President-elect Obama and Latin America 12/14/08
Special to the Appeal
Reno Gazette-Journal columnist Emma Sepul-veda last Sunday urged President-elect Barack Obama to give priority attention to Latin America in the early days of his administration. With everything else that’s going on in the world these days, however, Latin America is likely to remain on the back burner for the time being.
“Obama didn’t have a clear position on U.S. policy toward Latin America when he began his campaign for the presidency,” Prof. Sepulveda acknowledged in her column, but he did offer a few ideas on inter-American relations when he spoke to the politically active Cuban-American Foundation in Miami last May.
In that speech Obama proposed “A New Partnership for the Americas,” which sounds suspiciously like President Kennedy’s overblown “Alliance for Progress,” which promised to guarantee social justice and eliminate poverty in Latin America. But that’s not our responsibility, and Prof. Sepulveda knows it.
Nevertheless, she endorsed Obama’s grandiose, 13-page plan because it would “open the road to hope and change for Latin America.” Give me a break! The only people who can put our neighbors to the south on the road to hope and change are the Latin Americans themselves. They need to stop looking to the United States, which has big troubles of its own, for pre-packaged solutions to their problems.
Over the years American presidents have made a series of pie-in-the-sky promises to Latin America, ranging from Roosevelt’s “Good Neighbor” policy to Kennedy’s “Alliance” to Jimmy Carter’s selective human rights crusade. Although some of them were tempted to propose a new Marshall Plan for Latin America – as is Prof. Sepulveda – none of them came anywhere close to fulfilling their promises.
Some of those lofty goals are admirable but they’re totally unrealistic in our troubled 21st century world. Obama’s plan talks about promoting democracy and the rule of law in Latin America and the need to combat poverty, hunger, health problems and global warming, all of which are valid goals but politically difficult to achieve.
Prof. Sepulveda also wants Obama to open conversations with “Socialist” (i.e. Marxist) leaders like presidents Hugo Chavez of Venezuela, Evo Morales of Bolivia and Rafael Correa of Ecuador.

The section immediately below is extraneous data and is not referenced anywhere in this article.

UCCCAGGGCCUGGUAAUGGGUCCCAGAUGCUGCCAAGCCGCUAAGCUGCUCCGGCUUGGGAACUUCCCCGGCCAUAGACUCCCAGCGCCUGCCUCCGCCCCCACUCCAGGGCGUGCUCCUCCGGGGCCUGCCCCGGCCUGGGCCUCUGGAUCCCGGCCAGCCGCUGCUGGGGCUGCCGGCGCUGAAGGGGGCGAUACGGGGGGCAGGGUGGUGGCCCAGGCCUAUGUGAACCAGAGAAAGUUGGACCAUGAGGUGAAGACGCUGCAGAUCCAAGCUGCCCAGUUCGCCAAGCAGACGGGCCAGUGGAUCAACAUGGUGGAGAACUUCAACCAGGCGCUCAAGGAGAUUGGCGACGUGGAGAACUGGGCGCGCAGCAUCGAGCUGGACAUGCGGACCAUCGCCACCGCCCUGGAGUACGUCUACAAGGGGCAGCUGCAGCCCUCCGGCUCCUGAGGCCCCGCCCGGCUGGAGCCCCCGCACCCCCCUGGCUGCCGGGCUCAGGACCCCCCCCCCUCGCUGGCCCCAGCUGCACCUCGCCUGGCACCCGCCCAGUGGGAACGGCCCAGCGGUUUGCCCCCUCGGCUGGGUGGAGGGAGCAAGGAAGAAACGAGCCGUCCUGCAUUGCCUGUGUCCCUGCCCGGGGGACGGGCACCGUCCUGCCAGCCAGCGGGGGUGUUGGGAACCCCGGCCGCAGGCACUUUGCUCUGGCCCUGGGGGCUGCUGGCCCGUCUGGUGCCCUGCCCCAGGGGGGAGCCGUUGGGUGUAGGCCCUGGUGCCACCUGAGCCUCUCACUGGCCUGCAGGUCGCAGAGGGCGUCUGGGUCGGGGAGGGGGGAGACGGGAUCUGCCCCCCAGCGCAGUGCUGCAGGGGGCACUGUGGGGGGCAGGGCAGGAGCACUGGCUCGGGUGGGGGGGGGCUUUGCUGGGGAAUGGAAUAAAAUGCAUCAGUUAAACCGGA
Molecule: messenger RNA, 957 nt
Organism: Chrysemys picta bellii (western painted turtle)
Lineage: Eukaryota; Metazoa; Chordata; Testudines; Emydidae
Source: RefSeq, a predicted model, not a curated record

No way, Jose! With ominous challenges to our national security looming in the Middle East and South Asia, why should Obama spend his time talking to our sworn enemies? If and when such conversations are held, they should be between Spanish-speaking American diplomats and mid-level officials in those countries.
Obama could immediately improve relations between the U.S. and Latin America by rewarding our friends, like presidents Alvaro Uribe of Colombia and Felipe Calderon of Mexico. Our new president should urge Congress to approve the long overdue Colombia Free Trade Agreement (CFTA) and to increase security assistance to Mexico to help President Calderon in his uphill battle against the heavily armed drug cartels that have murdered thousands of innocent Mexicans, and a few Americans, in recent years.
These are the real priorities in U.S.-Latin America relations, not vague promises to promote human rights and eliminate poverty. We should work toward those noble goals of course, but it’s important to take care of first things first.
CFTA, blocked by congressional Democrats because of alleged Colombian human rights abuses against labor leaders, would be worth nearly $700 million to hard-pressed American farmers. And increased aid to Mexico would be in our national interest because Mexican drug violence is beginning to spill over the border into the U.S. That’s how President-elect Obama could improve U.S. relations with Latin America, not with lofty rhetoric and empty slogans.
– Guy W. Farmer, of Carson City, lived and worked in Latin America for 20 years during his U.S. Foreign Service career.